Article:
Quinton de Kock, Tabraiz Shamsi and Rassie van der Dussen could be in action for the Proteas against India in August. Picture: BackpagePix
Quinton de Kock, Tabraiz Shamsi and Rassie van der Dussen could be in action for the Proteas against India in August. Picture: BackpagePix

CSA to create ‘bio-bubble’ for Proteas vs India T20s in August

By Stuart Hess Time of article published May 22, 2020

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JOHANNESBURG - Cricket South Africa’s plans to get its sport rolling again includes the creation of a special “bio-bubble” where its principle money-maker – the men’s Proteas team – could play.

The organisation’s chief medical officer, Dr Shuaib Manjra said yesterday such a “bio bubble” could be set up at any time regardless of the SA government lockdown level (although it would still require government’s permission), and virtually anywhere. He highlighted Potchefstroom as an ideal location given the proximity of hotels, training facilities and the stadium.

SA cricket wasn’t as severely impacted by the national government’s lockdown regulations as was the case for rugby and football, with its international season having already been completed by the time the regulations were enforced.

Tours by the SA A team to the West Indies and the senior national team to Sri Lanka have already been postponed, as has the women’s national side’s series against Australia and the West Indies.

The next major assignment for the Proteas men’s team is a series against the West Indies –comprising of two Tests and five T20s – and CSA admitted yesterday they were looking at all aspects, even playing those matches in England, where the West Indies are scheduled to tour.

The big money spinner on the horizon for CSA is a three-match T20 series against India, scheduled for August, which the governing body’s acting chief executive Jacques Faul said had been negotiated earlier this year outside of the Future Tours Programme, ostensibly as a means to alleviate some of the financial pressure on the organisation.

Talks between CSA and the BCCI on Wednesday were positive, said Faul. “We were encouraged by their willingness to honour their agreement to play the three T20,” Faul said, adding that even if lockdown regulations meant India could not come to SA in August, the BCCI were happy for them to fulfil the commitment in 2021.

If the matches could go ahead in August – and that looks doubtful given the SA government’s modelling which shows a likely spike in Covid-19 infections around August/September – they could take place in a “bio-bubble”.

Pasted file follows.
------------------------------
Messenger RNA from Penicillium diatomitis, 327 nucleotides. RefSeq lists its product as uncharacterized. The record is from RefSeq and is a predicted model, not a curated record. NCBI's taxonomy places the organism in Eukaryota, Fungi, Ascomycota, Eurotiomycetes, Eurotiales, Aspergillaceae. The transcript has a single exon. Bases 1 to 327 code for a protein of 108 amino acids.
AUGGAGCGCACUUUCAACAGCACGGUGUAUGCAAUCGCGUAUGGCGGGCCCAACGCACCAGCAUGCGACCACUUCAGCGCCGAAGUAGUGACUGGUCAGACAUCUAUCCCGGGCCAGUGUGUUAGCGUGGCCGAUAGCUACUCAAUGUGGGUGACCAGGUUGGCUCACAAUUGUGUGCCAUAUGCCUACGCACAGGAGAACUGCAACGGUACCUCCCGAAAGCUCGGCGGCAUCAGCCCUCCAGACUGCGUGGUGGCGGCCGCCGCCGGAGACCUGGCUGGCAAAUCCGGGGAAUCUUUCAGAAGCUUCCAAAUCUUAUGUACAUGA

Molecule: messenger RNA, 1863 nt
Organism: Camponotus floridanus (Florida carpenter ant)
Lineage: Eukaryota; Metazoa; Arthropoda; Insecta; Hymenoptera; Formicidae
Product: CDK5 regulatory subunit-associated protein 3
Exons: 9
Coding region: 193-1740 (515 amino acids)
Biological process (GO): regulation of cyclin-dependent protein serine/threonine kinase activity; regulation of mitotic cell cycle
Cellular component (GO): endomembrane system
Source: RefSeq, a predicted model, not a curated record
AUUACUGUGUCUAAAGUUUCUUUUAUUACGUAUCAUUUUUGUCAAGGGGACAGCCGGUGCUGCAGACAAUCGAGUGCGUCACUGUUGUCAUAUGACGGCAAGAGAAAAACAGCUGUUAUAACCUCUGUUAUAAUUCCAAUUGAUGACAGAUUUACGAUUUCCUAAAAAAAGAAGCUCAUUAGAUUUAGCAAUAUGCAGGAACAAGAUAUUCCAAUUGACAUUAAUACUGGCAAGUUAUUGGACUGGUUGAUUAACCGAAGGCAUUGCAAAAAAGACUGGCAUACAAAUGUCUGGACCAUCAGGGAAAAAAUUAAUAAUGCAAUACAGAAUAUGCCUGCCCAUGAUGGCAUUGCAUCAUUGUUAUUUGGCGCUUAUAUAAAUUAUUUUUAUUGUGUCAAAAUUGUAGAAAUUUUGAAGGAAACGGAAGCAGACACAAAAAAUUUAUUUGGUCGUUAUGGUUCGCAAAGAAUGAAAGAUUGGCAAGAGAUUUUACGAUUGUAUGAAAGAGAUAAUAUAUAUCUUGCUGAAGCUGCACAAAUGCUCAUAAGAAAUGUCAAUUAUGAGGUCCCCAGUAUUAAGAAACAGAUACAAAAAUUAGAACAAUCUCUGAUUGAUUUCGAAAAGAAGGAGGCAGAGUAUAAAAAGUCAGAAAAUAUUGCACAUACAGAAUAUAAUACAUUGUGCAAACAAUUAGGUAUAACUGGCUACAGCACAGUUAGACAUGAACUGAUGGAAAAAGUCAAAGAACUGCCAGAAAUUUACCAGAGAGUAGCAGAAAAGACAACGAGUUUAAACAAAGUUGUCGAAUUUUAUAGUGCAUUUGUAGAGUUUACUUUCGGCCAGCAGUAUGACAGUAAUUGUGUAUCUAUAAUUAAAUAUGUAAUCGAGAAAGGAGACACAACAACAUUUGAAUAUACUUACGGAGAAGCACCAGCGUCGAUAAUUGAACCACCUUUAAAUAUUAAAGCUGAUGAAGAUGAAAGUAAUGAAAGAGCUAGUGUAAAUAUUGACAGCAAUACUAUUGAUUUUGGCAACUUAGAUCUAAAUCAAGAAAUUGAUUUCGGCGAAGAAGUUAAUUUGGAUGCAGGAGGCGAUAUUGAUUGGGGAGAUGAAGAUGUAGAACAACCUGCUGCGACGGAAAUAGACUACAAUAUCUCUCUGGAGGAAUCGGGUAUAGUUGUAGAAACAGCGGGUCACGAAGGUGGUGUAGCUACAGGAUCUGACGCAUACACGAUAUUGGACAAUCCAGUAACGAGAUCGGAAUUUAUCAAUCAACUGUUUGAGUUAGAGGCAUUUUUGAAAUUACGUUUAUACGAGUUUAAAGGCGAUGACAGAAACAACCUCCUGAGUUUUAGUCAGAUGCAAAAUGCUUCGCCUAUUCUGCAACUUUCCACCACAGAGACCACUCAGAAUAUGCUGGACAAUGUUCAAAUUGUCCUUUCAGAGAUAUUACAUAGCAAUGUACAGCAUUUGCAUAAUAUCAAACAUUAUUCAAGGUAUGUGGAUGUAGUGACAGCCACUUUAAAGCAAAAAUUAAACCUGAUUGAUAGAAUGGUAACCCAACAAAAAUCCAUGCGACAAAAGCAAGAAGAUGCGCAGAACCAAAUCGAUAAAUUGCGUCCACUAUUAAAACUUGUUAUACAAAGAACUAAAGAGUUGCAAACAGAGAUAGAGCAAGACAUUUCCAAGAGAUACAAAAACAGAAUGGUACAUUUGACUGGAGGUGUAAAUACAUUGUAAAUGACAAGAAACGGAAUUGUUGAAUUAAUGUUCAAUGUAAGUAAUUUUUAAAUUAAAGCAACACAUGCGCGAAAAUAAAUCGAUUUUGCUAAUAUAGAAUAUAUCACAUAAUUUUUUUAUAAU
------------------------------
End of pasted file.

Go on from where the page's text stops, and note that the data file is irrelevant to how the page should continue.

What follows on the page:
“It would be a sanitised cricket biosphere, with strict entry standards, testing would be conducted before anyone enters in the bubble and there would be limited movement in and out of it,” said Manjra. “It requires regular testing and we will create a cordoned sanitaire, where people wouldn’t be allowed to leave or come in unless strict criteria are met.”

While inside the “bubble”, everyone would still maintain the regular social distancing practices.

Potchefstroom, which has a hotel next door to Senwes Park, is an ideal venue said Manjra, with players able to walk just a few hundred metres to get to the ground.

The practical implications are big. Currently a 14-day quarantine period is required before and after travel, and having players and officials in quarantine for a total of 28 days, just so three matches can be played isn’t logistically sensible.

Hence in CSA’s case their talks with the England and Wales Cricket Board about possibly playing the West Indies matches in England. England’s bowlers returned to training yesterday, under strict regulations with an eye on conducting some part of the international season in that country starting in a few weeks times.

“We have engaged with the ECB, through (chairman) Tom Harrison and Steve Elworthy, about making sure we are following the correct protocols if the Proteas end up playing in a bio-secure environment,” said Faul.

Meanwhile, Faul said CSA’s Board agreed to cut the grant allocation to provincial affiliates for the next financial year by 14%, while stadium allocations will be cut by 33%.


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